Ivars Peterson's MathTrek

April 26, 1999

# A Viral Dilemma

You might think that selfishness is a characteristically human vice. A new study, however, reveals that even viruses would rather suffer than share.

In effect, the virus is caught up in a version of the prisoner's dilemma, a widely studied game in which acting for individual advantage clashes with acting for the collective benefit.

Game theorists devised the prisoner's dilemma about 50 years ago. The players are two prisoners, arrested for a joint crime, who are being interrogated in separate rooms. The following options are available to each prisoner.

• If one of them confesses and the other does not, the confessor gets a reward and his partner gets a heavy sentence.

• If both confess, each gets a light sentence.

• If neither confesses, both have a very good chance of going free.

Each prisoner is better off confessing, no matter what he or she believes the other prisoner will do. If both confess, however, both are worse off than if neither had confessed. The result is that individuals rationally pursuing their own best interest end up with an outcome that is unfortunate for both of them.

Game theorists, social scientists, economists, and others have expended a great deal of effort studying the prisoner's dilemma because it seems to lie at the core of many social phenomena. Two stores engaged in a price war, for example, face just that sort of decision. If one store doesn't cut prices, the other can drop prices to attract customers. If it does cut prices, the other must keep pace to retain its customers. If both stores reason this way and reduce prices, both make lower profits than if neither had cut prices. Arms races between nations can pose a similar dilemma.

Biologists Paul E. Turner of the University of Valencia in Spain and Lin Chao of the University of California, San Diego have now demonstrated that a bacteria-infecting virus--the RNA phage 6--also engages in the prisoner's dilemma. The researchers describe their investigations of these primitive players in the April 1 Nature.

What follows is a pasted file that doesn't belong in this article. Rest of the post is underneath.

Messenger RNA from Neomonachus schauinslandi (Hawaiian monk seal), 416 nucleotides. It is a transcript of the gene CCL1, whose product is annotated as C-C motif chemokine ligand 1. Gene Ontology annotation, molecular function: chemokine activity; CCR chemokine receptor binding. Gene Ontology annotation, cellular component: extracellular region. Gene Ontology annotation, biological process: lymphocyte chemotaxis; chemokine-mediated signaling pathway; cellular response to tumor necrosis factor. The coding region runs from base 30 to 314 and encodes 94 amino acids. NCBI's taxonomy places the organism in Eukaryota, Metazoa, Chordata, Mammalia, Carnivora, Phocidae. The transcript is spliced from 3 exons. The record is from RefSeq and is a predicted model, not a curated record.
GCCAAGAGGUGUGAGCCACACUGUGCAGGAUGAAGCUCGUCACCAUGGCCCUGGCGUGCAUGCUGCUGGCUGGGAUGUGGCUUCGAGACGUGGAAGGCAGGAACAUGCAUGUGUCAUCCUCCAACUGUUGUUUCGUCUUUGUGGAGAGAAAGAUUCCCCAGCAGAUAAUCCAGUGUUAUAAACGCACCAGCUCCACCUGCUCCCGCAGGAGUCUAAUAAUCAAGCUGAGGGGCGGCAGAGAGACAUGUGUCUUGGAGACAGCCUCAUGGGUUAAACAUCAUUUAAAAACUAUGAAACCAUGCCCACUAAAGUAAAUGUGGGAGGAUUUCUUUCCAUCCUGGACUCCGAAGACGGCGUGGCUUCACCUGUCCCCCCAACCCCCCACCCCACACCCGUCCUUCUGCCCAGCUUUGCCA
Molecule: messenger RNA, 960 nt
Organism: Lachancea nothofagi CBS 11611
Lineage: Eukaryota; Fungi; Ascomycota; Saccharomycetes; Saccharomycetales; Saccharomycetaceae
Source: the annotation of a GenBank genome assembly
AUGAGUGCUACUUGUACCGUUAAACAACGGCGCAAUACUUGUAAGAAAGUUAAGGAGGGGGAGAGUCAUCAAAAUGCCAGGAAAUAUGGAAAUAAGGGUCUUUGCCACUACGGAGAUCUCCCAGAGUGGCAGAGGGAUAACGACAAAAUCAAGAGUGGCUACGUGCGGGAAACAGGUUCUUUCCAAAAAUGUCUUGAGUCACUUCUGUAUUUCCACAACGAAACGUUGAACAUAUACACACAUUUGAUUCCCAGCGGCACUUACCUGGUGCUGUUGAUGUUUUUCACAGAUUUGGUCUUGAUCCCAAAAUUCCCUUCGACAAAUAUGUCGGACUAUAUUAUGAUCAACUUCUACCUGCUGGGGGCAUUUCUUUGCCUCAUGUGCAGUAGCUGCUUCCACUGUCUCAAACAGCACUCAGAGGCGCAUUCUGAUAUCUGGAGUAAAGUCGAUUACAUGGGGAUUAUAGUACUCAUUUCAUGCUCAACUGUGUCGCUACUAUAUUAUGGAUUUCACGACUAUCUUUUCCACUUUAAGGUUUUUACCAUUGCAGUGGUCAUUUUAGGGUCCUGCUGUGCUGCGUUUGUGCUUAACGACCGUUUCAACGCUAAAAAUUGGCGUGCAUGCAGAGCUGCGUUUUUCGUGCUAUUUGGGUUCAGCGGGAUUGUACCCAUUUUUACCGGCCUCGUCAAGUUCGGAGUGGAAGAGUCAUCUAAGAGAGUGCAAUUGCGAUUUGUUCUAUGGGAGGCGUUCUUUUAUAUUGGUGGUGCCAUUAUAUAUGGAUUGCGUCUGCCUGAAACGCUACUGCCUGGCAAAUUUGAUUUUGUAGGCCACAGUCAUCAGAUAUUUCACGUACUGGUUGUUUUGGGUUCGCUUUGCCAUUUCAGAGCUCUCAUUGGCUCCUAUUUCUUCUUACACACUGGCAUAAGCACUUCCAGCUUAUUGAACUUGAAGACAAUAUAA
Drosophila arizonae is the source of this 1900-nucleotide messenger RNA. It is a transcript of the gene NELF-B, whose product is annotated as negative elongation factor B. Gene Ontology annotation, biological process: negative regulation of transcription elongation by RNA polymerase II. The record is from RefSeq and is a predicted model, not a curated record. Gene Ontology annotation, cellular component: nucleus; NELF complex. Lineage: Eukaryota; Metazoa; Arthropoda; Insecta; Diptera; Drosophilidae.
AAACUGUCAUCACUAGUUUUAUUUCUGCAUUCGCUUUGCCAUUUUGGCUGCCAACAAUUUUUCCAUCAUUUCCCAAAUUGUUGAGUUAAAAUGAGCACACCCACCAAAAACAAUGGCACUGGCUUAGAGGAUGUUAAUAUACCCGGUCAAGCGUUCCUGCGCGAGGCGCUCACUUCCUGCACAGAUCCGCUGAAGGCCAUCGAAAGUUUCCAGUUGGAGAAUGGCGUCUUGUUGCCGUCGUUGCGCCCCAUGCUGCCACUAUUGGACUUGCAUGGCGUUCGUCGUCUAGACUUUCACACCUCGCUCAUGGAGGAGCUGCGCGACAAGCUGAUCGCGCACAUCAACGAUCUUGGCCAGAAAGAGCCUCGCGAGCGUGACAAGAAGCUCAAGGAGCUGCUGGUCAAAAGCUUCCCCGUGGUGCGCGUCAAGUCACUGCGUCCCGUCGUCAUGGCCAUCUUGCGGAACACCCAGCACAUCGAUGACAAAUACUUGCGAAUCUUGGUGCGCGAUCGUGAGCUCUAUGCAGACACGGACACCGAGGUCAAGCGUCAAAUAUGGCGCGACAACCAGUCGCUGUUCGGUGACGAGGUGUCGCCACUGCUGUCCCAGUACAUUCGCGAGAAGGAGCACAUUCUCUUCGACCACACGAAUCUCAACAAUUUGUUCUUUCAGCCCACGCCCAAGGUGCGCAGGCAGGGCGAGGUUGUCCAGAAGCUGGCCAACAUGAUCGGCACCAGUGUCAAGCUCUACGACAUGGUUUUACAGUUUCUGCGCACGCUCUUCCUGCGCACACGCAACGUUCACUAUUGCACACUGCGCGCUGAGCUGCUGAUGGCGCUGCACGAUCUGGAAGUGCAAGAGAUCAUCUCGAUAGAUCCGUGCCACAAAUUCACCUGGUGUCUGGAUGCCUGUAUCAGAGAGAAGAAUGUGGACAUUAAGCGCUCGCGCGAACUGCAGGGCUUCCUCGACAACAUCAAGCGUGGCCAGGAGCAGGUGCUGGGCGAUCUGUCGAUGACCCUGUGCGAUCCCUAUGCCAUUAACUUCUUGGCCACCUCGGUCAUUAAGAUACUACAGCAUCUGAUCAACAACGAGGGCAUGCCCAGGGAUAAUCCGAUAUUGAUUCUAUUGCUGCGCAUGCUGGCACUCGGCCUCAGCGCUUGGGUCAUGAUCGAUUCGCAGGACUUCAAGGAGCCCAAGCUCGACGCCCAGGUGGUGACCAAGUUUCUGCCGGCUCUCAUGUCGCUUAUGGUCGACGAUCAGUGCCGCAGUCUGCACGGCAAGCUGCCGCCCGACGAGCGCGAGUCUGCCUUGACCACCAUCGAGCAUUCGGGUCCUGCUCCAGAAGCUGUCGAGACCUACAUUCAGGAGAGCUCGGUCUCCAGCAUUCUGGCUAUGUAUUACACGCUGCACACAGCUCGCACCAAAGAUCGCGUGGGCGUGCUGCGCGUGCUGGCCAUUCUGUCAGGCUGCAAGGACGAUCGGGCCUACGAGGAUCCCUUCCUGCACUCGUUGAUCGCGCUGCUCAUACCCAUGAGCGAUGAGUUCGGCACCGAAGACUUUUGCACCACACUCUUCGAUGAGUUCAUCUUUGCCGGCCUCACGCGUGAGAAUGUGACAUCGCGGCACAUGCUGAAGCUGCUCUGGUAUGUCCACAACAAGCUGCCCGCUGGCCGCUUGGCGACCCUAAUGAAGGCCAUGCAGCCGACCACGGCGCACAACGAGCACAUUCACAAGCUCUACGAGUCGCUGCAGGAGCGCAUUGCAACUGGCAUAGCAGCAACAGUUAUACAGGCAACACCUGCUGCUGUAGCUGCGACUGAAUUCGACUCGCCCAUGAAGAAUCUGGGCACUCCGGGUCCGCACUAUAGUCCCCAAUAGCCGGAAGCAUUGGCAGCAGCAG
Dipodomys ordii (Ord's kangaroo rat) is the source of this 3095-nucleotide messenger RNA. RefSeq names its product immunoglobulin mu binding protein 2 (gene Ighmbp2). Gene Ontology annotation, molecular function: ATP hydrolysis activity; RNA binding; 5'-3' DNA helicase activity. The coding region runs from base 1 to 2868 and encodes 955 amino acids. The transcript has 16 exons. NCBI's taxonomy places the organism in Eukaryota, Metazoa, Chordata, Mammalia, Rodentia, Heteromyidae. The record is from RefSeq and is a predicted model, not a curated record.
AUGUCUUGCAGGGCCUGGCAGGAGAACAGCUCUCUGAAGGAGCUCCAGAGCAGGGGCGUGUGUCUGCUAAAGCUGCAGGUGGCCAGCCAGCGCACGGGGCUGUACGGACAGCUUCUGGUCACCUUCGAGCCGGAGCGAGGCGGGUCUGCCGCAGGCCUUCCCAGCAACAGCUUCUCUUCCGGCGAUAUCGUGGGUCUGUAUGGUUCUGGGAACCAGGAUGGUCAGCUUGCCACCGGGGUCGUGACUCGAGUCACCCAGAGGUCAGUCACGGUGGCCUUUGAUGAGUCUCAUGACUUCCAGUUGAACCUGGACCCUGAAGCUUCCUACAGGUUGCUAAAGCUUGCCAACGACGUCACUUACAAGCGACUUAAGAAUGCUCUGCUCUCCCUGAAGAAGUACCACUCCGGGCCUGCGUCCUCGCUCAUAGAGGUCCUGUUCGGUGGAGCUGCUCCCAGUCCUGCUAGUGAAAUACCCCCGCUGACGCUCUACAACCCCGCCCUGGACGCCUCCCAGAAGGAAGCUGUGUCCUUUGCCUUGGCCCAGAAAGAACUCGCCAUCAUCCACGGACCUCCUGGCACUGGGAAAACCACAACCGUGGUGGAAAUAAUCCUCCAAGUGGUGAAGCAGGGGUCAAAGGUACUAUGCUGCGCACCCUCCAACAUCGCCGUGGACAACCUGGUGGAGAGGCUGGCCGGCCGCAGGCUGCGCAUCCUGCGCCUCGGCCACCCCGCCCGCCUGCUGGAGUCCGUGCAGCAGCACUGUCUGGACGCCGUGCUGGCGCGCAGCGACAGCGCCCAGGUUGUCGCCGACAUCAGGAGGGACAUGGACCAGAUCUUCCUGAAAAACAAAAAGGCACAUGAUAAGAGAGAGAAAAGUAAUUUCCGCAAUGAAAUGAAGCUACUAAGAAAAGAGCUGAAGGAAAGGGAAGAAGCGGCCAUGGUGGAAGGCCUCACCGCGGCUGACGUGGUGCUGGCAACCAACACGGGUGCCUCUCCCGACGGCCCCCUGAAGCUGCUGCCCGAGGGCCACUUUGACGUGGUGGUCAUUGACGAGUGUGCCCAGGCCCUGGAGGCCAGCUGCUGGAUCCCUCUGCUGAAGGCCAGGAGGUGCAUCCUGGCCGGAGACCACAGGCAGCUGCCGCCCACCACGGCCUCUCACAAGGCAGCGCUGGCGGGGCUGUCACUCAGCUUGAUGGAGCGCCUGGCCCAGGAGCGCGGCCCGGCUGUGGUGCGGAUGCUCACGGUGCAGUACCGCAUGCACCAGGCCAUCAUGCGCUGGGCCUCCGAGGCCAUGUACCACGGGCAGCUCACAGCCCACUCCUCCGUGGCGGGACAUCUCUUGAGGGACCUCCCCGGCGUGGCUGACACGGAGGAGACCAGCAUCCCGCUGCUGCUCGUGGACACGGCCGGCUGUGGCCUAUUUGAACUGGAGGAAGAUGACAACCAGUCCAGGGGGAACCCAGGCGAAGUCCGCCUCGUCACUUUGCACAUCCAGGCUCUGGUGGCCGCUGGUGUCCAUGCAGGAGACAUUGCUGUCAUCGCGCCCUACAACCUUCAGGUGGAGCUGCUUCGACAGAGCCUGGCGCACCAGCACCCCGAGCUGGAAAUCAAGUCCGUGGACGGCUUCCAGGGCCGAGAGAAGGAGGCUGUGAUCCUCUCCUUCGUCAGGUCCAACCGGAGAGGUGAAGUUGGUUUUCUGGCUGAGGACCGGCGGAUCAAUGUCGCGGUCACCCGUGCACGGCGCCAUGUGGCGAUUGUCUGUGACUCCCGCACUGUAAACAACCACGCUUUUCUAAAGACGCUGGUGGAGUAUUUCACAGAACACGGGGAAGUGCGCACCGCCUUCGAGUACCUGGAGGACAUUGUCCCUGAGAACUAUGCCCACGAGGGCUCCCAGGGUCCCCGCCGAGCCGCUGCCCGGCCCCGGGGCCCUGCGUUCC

"A virus is a natural-born cheat that makes its living by exploiting the vital functions of a host cell," Martin A. Nowak of the Institute for Advanced Study in Princeton, N.J., and Karl Sigmund of the University of Vienna in Austria note in the same issue of Nature. "Small wonder, then, that viruses also exploit each other."

When several variants of the same virus infect a cell, they compete with one another for resources to manufacture more copies, each of its own strain. Turner and Chao worked with 6 and its mutant clone H2 in a bacterial culture. The phage 6 manufactures larger quantities of the intracellular products needed for replication than its mutant cousin H2. At the same time, the mutant has a higher "fitness" (ability to produce offspring) when it is rare.

Experiments involving different population mixtures showed that phages grown in situations where multiple infection of bacterial cells is highly probable initially increased in fitness, then evolved toward lowered fitness.

The selfish H2 virus sequesters as much as possible of the available resources, lowering the capacity of the cooperative 6 virus to reproduce and generate products for replication that both can share. In evolutionary terms, the selfish strain's denial of access by a competitor to cell resources is apparently worth a loss of fitness--a decline in its own ability to produce as many offspring as it would if the situation were less competitive.

"Our data show that fitness trade-offs consistent with the prisoner's dilemma and other game theoretic models readily evolve in biological systems as simple as viruses," the researchers conclude. "Furthermore, the prisoner's dilemma provides a clear case for game theory to challenge the idea that natural selection should always lead to a fitness increase."

References:

Brams, S.J. 1994. Theory of Moves . Cambridge, England: Cambridge University Press.

Davis, M.D. 1997. Game Theory: A Nontechnical Introduction. Mineola, N.Y.: Dover.

Mero, L. 1998. Moral Calculations: Game Theory, Logic, and Human Frailty. New York: Copernicus.

Nowak, M.A., and K. Sigmund. 1999. Phage-lift for game theory. Nature 398(April 1):367.

Straffin, P.D. 1993. Game Theory and Strategy. Washington, D.C.: Mathematical Association of America.

Taylor, Alan D. 1995. Mathematics and Politics: Strategy, Voting, Power and Proof. New York: Springer-Verlag.

Turner, P.E., and L. Chao. 1999. Prisoner's dilemma in an RNA virus. Nature 398(April 1):441.

A collection of Web links related to the prisoner's dilemma can be found at http://www.constitution.org/pd/pd.htm.